Do Not Give a Dollar to the Opera: A Takedown

Opera Mose in EgittoThis week, Gawker–the website that has brought us such gems as “The Top Nine Videos Of Babies Farting And/Or Laughing With Kittens” and “I Can’t Stop Looking at This Weird Chinese Goat“–published an article with the headline “Do Not Give a Dollar to the Opera.” I have copied and pasted the “meat” (read: three-day-old cafeteria mystery loaf) of the article below. Do not feel obligated to click on any of the above links, as page views are the lifeblood of Gawker. I have only linked to these stories to prove they actually exist.

In “Do Not Give a Dollar to the Opera,” Hamilton Nolan–who has brought us such gems as “Most Households Bizarrely Still Have a Landline” and “The Scariest Man Alive Wears A Cardigan“–basically copies a few of the questionable ideas from this New York Times article and puts it in a convenient bullet point list. The list is below. My rebuttals are in bold.

  • Opera may not be your cup of tea, or mine, but opera is some people’s cup of tea, and it can be great, as an art form, just as all other art forms can be. In general, a flourishing and diverse art scene in a city is a good thing. Not a bad start. My only quibble here–other than the innate preciousness–is the phrase, “In general,” which implies, “Usually, but not always…” But I say “a flourishing and diverse art scene” is always a good thing.
  • However, in a world of limited money and resources, we must make choices. A dollar given to one cause is a dollar not given to another cause. The relatively small number of people wealthy enough to give large sums of money to charitable causes are in high demand. The need of charitable causes for funding far exceeds the available funds at any given time. Translation: Because there isn’t enough money in the world to solve all of the world’s problems, we should not contribute to any of them.
  • As the New York Times reports, the New York City Opera’s financial situation has been in decline for years. It is far from being able to support itself financially. It is fully a charity, not a going concern. Translation: Because NYCO has had financial challenges, we should not support them.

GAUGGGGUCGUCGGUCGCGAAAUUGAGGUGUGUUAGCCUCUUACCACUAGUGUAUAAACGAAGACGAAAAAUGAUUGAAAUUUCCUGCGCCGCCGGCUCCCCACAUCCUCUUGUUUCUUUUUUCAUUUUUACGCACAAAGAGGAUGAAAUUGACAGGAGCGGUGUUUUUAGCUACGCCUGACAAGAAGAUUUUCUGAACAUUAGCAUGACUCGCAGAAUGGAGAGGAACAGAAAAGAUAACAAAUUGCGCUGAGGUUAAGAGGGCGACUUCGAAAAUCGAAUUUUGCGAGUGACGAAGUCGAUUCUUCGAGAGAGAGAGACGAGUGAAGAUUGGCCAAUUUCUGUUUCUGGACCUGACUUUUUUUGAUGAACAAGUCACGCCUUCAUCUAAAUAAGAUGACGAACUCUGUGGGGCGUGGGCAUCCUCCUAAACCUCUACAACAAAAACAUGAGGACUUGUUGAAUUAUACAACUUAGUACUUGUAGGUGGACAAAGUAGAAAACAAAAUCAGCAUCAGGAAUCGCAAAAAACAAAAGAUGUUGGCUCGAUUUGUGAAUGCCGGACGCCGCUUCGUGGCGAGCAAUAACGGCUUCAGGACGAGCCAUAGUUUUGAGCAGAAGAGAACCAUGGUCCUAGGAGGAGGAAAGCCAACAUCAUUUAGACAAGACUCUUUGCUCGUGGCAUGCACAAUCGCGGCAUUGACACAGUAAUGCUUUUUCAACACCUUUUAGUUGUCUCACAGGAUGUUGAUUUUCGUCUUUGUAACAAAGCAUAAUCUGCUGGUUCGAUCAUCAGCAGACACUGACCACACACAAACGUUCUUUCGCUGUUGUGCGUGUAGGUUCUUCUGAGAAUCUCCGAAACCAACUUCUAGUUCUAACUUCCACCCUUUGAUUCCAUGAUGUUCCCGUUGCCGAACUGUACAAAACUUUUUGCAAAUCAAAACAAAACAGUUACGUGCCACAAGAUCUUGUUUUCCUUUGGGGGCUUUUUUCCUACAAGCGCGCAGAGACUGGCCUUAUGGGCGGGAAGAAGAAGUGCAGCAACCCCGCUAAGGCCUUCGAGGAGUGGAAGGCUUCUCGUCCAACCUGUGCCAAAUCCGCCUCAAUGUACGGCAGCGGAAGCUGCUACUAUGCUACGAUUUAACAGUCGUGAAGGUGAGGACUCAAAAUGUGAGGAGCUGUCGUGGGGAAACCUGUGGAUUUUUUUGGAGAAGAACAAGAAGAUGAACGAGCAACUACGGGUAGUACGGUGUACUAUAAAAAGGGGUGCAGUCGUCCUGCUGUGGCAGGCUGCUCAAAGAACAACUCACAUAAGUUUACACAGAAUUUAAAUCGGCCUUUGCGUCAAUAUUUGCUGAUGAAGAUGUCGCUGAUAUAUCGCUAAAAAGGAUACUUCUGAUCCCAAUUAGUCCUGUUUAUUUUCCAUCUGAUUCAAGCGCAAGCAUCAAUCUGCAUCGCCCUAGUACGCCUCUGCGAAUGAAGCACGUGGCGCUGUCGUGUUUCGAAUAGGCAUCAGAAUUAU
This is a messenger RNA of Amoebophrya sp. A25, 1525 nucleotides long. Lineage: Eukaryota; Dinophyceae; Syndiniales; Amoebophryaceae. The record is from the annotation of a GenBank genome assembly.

• In return for $20 million in charitable donations, the New York City Opera will produce three operas this season, and another season of operas next year. Six operas for $20 million over two years? That’s actually quite thrifty. LA Opera’s $37 million annual budget will cover eight operas this year. (Hey…if Mr. Nolan gets to grossly oversimplify the finances of a major arts organization, I can too, right?) And in case you were tempted to ask why opera costs so much, here’s a link to my post on fair pay for musicians.
  • Could that same $20 million in charitable donations be better spent elsewhere? Well, if you believe that saving human lives is a better use of money than producing operas, then yes. That money could purchase nearly seven million anti-malaria nets through the Against Malaria Foundation, which is rated as the world’s most effective charity by the ethical philosopher Peter Singer. Singer’s group estimates that a human life is saved for every $1,865 donated to the AMF. So, for the cost of producing one and a half seasons of opera in New York City, more than 10,000 deaths in developing countries could be prevented. This just makes me irritated. But then employing fallacious reasoning generally makes me irritated. What’s being suggested here is that one should never spend any disposable income on anything besides saving lives. By this logic, I should hope Mr. Nolan refuses to spend any of his money on a monthly Netflix subscription, never treats himself to a weekend away, never orders an extra drink at the bar, never goes to see a movie, doesn’t own an iPad, never rides the subway or takes a cab or flies on an airplane. And I should hope that every few weeks…or couple of months…or however long it takes Mr. Nolan to save the $1,865 it takes to save a life, he would do just that with his $1,865 and leave the extravagance and moral depravity to the rest of us.